One interesting observation is that there are two distinct clusters of users in this network—one that is centered around Jeff Howe (@crowdsourcing) and another around Neil Gaiman (@neilhimself). This demonstrates that both Jeff Howe and Neil Gaiman, who are influential Twitter users, [47] bring their own group of followers into the conversation of this club. This also reconfirms the positive impact on the book club of having an author with a strong Twitter following who is also joining in the conversation himself. An active author is something that other book clubs run through an online social networking site might consider during the book selection process. Selecting a book and a discussion platform in which the author of the selected piece has an active presence may be a good starting point for creating active discussions and building up an online community. But it is not only an author’s influence that can help to build an online community. The promotion of the club in popular online media may also help to bring more readers to the club; such appears to be the case with the online magazine, Wired, whose Twitter account has a substantial group of nodes attached to it (see figure 5).

The most interesting group of users is actually not those who are only connected to Howe’s or Gaiman’s account, but those who are connected to both. There is a group of nodes in between the two mentioned clusters (circled in figure 5 and labelled as the “community core”). This group of people is especially important for the club: it forms the core of this community. The core consists of members who are most actively involved in the discussion. They post frequently, but what is more crucial from the online-community-building perspective is that they frequently refer to each other by name (handle), more often than to people outside of this core. As a result, this group of nodes is characterized as having a higher density (a ratio of existing connections to the total number of possible connections) and higher reciprocity (a ratio of mutual connections, where each person mentioned one another at least once, to the total number of connections). These two factors often indicate stronger relationships among online members. [48] And having a strong community core is important because it may determine the longevity of an online community. Detecting the presence of a core group may indicate the presence of a successful online community. Furthermore, moderators of this or similar groups may use this information to decide whom to start following from this group, as well as whom to invite directly to participate in the next iteration of the book club.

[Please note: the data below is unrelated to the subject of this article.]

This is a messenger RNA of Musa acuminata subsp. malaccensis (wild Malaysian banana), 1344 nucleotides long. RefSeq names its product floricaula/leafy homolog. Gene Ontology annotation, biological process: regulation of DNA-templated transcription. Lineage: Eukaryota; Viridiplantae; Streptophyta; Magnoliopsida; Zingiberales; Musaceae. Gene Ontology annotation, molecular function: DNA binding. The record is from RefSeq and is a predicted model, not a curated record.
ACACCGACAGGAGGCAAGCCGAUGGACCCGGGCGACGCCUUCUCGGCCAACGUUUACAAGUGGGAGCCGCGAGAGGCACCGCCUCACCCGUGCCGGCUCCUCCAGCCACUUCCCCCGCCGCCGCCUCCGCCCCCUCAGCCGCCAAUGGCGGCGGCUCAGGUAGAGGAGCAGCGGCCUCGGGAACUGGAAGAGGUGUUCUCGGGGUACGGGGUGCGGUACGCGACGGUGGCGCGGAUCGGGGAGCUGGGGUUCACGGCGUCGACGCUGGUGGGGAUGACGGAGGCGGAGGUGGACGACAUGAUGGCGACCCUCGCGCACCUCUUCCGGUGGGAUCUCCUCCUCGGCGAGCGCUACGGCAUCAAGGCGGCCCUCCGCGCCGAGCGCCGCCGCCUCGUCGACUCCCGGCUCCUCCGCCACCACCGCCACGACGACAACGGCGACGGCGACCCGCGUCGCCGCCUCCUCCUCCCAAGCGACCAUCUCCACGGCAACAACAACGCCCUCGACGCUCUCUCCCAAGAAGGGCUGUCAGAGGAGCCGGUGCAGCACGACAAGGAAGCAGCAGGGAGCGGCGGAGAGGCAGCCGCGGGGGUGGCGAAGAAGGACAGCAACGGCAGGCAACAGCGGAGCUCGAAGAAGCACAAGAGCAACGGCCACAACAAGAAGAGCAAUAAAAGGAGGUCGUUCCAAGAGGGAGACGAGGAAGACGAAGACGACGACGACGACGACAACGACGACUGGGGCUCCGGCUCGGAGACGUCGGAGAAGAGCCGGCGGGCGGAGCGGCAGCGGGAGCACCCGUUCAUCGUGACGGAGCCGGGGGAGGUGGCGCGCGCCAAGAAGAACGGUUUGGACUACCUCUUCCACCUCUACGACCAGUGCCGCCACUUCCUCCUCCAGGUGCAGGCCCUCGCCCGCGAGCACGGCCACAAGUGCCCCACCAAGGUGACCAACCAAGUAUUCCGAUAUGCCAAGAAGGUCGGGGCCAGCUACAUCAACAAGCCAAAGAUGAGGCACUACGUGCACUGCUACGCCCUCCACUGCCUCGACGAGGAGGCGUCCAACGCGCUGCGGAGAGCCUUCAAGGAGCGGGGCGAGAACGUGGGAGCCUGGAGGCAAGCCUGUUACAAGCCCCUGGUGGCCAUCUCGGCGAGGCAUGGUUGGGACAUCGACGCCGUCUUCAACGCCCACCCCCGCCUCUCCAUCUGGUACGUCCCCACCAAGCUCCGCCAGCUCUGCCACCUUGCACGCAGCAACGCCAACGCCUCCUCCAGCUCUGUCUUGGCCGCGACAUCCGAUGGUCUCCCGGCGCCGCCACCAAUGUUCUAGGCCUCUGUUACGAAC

In sum, the network representation of online interactions reveals interesting communicative patterns among members of this club, patterns that would not be possible to identify using content analysis alone. The network analysis also confirmed that Twitter was not used merely as a posting board, but rather as a platform to discuss and connect to other members of this reading community.